You won't find many countries happier than Mexico. In fact, there's just one and that's Costa Rica, according to the Happy Planet Index. Mexico has been ranked No. 2 in the world by the index, described by its creator as a measurement of sustainable well-being.
It was well-being, along with life expectancy, where Mexico scored high. Data gathered by the research firm Gallup measured how satisfied citizens felt with life overall, on a scale of one to 10, and gave Mexico 7.3 for well-being, 11th out of 140 countries.
Life expectancy of 76.4 years put Mexico in 39th place in that category.
Another factor was "inequality of outcomes," which takes into account inequality within a country in terms of how long people live and how happy they feel based on the distribution of life expectancy and well-being data. Mexico didn't fare so well here, coming in 60th out of the 140 countries measured.
The study, conducted by the think tank New Economics Foundation, points out that well-being in Mexico is higher than in the United States, despite having an economy that is five times smaller, and an ecological footprint that is one-third that of its neighbor.
It also mentions the growing political attention being given to environmental sustainability, which has been seen in legislating long-term climate targets and steps to conserve forests and protect biodiversity.
But the index points out that economic inequality is "a massive problem," saying the top 20% of the population earns more than 13 times as much as the bottom 20%. That and high poverty rates among indigenous peoples and human rights violations represent "significant challenges."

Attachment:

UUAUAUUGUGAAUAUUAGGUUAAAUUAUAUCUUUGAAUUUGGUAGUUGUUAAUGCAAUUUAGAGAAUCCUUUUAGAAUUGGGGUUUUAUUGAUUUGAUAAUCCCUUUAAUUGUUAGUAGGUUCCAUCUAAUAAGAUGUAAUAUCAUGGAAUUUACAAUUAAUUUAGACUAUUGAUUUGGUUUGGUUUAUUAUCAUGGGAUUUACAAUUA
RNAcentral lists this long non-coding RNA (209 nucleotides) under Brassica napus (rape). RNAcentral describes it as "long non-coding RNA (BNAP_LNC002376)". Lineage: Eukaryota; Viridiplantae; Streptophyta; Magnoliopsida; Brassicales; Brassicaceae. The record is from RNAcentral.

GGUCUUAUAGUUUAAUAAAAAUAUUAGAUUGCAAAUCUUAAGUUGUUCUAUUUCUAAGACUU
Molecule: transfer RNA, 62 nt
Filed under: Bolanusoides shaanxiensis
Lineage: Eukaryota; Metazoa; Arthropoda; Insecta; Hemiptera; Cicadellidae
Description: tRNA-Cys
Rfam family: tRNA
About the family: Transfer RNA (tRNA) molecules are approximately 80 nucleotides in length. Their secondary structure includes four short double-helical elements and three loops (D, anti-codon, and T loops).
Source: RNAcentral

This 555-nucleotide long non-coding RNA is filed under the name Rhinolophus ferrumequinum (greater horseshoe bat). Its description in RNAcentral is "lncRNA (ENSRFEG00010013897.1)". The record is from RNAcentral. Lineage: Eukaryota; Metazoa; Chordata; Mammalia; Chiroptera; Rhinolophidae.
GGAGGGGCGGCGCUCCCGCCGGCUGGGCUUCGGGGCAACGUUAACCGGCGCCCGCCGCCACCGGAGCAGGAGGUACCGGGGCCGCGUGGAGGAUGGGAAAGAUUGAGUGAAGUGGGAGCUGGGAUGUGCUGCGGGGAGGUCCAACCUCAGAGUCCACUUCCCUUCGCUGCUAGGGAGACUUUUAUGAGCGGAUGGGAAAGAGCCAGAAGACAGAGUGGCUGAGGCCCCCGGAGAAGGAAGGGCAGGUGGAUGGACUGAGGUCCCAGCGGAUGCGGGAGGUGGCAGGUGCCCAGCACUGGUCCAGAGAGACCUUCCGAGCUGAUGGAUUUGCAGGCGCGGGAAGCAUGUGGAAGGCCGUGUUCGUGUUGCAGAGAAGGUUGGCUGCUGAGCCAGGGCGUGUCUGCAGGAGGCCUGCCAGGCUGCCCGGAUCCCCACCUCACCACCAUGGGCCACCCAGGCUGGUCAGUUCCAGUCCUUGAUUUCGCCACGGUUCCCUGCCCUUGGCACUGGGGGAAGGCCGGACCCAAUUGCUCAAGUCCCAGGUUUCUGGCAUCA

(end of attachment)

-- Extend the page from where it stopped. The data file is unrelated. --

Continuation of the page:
It also mentions the multi-party agreement called the Pact for Mexico, signed in December 2012, as having been an important step for the country's future.
Other Happy Planet Index rankings put the U.S. in 108th place and Canada 85th.
Colombia, Vanuatu and Vietnam placed third, fourth and fifth while Togo, Luxembourg and Chad were at the bottom of the list.
The Happy Planet Index is produced by the New Economics Foundation, which describes itself as the United Kingdom's leading think tank promoting social, economic and environmental justice, and says its goal is to transform the economy so it "works for people and the planet."
To calculate the Happy Planet Index score for each individual country, they rely on the availability of robust data from the United Nations, Gallup World Poll and the Global Footprint Network. Unfortunately, that data isn't available for every country. For more information on the sources of data used to calculate Happy Planet Index scores, download the Happy Planet Index Methods Paper.Original article